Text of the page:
‘Her ability to develop a highly personal painterly style within a social narrative format at a time when most artists were searching for an alternative to expressionism stands as a major accomplishment of 20th century American Art.’—Eric Lawing
Created in 1962–1963, the early paintings and drawings on view at Hauser & Wirth Somerset use airplanes as a central image and can be considered as examples of the artist’s passionate exploration of creative energy in its purist form. Iris Müller-Westermann writes about the series as ‘Metaphors for a kind of thought energy – for ideas circulating, being heard and taken in, processed, produced, and sent out again. One could regard these airplane pictures as investigations of the raw material necessary for every sort of creative activity.’
Lozano’s works from the early 1960s are stylistically distinct, admired for their furious physicality, unapologetic confidence and urgent energy. They exploit the boundaries between body and machine, eroticism and aggression, to powerful effect. This focused body of early work exposes a complex and deeply intimate inner life grappling with one-sided gender and societal dichotomies, while other works display a form of ferocious humour and playfulness, exploiting the rhetoric of exaggeration to its most cogent effect. Her raw expressionist brush strokes create powerful works imbued with a very personal iconography, including genitals, religious symbols, tools, body parts, and airplanes.
As Iris Müller-Westermann continues, ‘Airplanes began whizzing around in Lozano’s surrealist imagery. They fly into ears and out of mouths, circuit heads, or hover over an erect penis as if above a launching pad.’ Airplanes were masculine intruders into a realm of feminine ambiguity, allowing Lozano to ruthlessly explore the sexual subtext of human interaction, male domination, socially acceptable rituals and scripted gender roles.
The paintings appear effortlessly provocative, reinforced by an earthy palette – cocoa browns, steel greys, ashen smudged blacks offset with rusty ochre and burnt orange – juxtaposed to bright blues, reds and yellows. The furious brush strokes are built up, fluid and densely packed with information, suggesting an immediacy and surge of human emotion that would continue to dominate Lozano’s thinking in later works. Eric Lawing states ‘Her ability to develop a highly personal painterly style within a social narrative format at a time when most artists were searching for an alternative to expressionism stands as a major accomplishment of 20th century American Art.’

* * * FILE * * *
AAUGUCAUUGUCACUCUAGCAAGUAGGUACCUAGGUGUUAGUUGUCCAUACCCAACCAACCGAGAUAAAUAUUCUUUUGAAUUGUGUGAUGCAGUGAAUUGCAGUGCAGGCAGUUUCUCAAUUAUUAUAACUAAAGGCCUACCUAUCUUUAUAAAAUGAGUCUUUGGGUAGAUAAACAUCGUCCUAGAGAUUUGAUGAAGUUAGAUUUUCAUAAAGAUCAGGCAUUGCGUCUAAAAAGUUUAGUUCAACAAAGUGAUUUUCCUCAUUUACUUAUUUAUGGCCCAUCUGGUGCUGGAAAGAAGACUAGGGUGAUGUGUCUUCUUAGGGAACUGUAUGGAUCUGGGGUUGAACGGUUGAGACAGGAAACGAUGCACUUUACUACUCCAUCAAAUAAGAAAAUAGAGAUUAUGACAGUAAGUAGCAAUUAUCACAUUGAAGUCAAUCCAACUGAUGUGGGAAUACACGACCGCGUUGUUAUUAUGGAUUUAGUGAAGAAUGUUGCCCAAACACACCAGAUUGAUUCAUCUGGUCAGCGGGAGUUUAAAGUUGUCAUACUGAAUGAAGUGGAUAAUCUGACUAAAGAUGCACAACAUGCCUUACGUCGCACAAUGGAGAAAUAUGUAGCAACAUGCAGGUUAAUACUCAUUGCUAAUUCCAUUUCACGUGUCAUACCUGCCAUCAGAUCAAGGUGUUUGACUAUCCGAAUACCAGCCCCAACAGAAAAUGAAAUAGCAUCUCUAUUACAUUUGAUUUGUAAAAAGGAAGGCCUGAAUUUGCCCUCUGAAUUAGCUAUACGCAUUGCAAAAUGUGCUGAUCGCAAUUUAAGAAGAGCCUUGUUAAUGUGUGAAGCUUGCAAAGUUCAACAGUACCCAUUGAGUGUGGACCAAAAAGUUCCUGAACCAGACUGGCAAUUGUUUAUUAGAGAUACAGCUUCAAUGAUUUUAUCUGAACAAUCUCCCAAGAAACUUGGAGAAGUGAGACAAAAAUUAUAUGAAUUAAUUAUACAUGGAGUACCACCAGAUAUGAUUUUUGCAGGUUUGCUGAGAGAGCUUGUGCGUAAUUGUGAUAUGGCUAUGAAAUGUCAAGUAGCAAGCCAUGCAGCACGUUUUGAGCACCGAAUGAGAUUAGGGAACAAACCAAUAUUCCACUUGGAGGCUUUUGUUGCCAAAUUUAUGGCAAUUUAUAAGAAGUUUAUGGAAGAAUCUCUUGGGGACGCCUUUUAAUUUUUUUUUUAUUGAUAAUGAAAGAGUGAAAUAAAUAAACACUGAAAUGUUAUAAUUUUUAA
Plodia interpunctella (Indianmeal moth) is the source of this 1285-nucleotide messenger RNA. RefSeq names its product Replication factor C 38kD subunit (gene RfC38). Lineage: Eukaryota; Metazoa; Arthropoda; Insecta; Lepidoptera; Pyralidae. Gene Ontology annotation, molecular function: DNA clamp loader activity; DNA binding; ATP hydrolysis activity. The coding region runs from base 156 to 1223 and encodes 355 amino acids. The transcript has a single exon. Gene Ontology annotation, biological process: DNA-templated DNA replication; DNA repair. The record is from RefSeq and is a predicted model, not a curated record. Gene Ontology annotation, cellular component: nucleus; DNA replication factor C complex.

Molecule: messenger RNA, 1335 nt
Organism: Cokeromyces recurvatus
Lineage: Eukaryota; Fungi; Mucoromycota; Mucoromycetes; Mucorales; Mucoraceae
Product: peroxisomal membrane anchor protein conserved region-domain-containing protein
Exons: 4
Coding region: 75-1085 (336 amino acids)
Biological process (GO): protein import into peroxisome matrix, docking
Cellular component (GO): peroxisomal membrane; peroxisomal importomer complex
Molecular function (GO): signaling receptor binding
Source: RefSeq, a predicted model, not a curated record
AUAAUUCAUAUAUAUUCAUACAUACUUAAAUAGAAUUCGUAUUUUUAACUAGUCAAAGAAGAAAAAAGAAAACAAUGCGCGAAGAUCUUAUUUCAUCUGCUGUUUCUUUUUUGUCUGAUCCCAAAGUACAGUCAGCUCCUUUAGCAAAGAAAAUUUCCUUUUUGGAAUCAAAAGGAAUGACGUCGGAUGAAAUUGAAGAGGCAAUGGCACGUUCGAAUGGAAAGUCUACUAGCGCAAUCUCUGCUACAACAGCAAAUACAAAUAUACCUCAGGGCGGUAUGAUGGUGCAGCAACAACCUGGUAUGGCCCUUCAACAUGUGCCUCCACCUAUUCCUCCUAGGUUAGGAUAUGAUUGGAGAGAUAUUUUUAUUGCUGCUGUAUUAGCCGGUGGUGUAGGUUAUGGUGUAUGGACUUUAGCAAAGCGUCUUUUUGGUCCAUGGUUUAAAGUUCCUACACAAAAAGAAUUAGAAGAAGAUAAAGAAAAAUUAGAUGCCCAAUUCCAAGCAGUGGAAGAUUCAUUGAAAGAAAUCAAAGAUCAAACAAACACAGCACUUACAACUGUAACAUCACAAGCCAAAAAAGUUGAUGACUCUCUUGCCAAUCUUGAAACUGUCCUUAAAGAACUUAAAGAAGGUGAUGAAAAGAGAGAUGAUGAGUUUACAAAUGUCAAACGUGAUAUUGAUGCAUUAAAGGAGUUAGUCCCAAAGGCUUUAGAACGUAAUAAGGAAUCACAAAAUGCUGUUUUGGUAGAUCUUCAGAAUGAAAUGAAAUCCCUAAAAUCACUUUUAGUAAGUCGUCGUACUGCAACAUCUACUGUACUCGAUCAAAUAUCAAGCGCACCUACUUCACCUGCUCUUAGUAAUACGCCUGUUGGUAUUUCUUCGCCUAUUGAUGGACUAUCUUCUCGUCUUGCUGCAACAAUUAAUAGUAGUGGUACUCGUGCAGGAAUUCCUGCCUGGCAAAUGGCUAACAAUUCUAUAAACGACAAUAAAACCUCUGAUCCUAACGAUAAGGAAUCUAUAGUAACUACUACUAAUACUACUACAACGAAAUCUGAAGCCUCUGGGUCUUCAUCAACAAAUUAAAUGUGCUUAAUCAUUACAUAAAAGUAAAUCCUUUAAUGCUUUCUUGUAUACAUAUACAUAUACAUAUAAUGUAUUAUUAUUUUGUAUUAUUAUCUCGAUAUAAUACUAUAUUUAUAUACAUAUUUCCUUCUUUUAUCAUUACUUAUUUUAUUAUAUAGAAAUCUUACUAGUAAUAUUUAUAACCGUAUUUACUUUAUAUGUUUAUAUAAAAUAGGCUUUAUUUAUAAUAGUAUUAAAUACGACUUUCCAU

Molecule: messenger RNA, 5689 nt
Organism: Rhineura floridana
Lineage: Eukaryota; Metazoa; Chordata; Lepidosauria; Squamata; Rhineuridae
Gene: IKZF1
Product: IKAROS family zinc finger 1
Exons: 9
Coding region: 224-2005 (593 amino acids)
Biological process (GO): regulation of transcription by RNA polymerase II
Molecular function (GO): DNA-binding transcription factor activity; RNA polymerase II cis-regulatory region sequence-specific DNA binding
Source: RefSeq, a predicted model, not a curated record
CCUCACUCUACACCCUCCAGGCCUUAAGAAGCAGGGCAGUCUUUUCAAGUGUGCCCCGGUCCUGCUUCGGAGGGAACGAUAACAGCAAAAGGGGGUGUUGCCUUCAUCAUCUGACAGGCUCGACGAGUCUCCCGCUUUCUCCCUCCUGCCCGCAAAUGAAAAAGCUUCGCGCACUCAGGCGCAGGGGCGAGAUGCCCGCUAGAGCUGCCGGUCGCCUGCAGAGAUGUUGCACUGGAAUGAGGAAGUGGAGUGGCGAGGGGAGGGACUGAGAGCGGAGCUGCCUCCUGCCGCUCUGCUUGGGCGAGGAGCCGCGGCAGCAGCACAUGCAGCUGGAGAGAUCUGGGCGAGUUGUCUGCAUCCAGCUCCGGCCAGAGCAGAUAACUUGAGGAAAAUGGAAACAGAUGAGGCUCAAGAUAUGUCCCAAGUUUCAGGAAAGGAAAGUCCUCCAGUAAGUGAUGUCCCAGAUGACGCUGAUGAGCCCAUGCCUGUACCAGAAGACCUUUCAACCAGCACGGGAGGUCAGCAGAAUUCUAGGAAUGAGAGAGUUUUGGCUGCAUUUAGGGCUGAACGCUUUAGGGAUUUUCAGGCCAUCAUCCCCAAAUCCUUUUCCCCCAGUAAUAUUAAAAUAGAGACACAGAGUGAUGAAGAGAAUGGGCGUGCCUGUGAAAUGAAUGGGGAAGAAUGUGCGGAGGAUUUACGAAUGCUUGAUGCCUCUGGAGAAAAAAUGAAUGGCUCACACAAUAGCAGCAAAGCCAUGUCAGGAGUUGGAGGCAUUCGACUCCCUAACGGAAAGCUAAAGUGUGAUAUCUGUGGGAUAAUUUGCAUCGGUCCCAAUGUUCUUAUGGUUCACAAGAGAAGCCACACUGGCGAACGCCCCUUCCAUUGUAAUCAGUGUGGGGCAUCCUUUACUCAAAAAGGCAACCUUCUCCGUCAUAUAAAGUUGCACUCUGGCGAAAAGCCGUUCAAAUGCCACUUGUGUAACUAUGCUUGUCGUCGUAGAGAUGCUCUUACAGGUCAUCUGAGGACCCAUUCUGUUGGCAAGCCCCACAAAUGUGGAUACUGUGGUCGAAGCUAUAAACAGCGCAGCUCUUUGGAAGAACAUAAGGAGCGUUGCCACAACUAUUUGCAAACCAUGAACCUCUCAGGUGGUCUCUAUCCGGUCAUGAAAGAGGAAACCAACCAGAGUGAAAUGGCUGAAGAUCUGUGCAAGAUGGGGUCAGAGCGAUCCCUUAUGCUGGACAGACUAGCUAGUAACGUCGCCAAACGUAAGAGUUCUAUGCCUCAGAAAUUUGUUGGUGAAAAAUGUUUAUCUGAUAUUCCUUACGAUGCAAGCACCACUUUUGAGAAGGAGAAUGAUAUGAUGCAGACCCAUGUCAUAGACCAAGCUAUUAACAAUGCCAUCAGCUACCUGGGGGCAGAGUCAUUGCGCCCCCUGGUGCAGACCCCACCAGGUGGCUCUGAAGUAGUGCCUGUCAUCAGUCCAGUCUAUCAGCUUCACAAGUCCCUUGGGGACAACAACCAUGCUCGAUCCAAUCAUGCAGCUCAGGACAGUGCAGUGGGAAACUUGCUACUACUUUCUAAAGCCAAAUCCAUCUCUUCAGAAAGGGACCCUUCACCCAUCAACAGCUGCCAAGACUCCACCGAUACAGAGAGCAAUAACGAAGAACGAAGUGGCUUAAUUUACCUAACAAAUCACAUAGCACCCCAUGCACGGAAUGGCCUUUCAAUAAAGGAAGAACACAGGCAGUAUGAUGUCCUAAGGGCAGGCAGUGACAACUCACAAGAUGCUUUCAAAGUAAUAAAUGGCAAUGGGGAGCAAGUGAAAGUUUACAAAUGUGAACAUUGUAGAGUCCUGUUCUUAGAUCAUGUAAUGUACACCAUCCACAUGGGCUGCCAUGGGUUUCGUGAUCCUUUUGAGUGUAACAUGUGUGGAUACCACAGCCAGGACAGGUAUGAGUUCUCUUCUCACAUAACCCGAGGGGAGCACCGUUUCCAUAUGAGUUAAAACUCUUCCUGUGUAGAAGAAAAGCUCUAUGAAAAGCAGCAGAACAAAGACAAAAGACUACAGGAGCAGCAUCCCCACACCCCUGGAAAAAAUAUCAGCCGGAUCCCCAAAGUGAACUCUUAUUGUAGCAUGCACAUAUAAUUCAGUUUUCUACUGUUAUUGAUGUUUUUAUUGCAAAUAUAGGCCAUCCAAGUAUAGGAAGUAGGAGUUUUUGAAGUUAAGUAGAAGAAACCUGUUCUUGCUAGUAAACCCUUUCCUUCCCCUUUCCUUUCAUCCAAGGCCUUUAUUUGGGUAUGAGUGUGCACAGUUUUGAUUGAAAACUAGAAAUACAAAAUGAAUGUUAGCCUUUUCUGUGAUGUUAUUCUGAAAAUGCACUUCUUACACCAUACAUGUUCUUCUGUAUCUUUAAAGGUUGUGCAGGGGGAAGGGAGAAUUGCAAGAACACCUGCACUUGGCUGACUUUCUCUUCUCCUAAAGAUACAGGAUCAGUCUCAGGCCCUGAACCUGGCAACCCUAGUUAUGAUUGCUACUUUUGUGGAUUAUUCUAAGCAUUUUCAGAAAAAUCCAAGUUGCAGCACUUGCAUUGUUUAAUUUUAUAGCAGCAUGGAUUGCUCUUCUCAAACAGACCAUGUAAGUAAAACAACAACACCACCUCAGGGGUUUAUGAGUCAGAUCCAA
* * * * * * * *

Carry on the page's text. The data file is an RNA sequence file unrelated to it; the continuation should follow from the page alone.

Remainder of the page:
A manifestation of her identity and vision as an artist, these fast-paced drawings and oil paintings are charged with an unbridled and swirling energy – embodied by the anthropomorphic airplanes – also revealing Lozano’s extraordinary technical skills as a painter. Although these works differ stylistically from the subsequent paintings, the series serves as an early representation of Lozano’s unique voice as it began to manifest and transform itself, crystallizing her very own pictorial language into a conceptually consistent trajectory over the course of the 1960s.
Lee Lozano is one of the most innovative artists to have worked in America during the 1960s. Throughout her entire oeuvre, which spans a little more than a decade, she produced ground-breaking work in a progression of styles, from the figurative and cartoonish pop-expressionism of her early paintings and drawings, through serial minimalism, to language-based conceptual pieces. Upon settling in downtown New York, Lozano quickly entered into circles of like-minded artists and actively contributed to the developing art scene at the time, establishing close relationships with Dan Graham, Carl Andre and Sol LeWitt, among others.
Lee Lozano (1930–1999) was a key figure and pioneer within the New York art scene of the 1960s and early 1970s. A shrewd observer of urban culture, Lozano created work in response to the constraints of constitutional systems, disrupting dynamics of gender, power, money and politics. This exhibition is on view now through 10 January 2021 at Hauser & Wirth Somerset.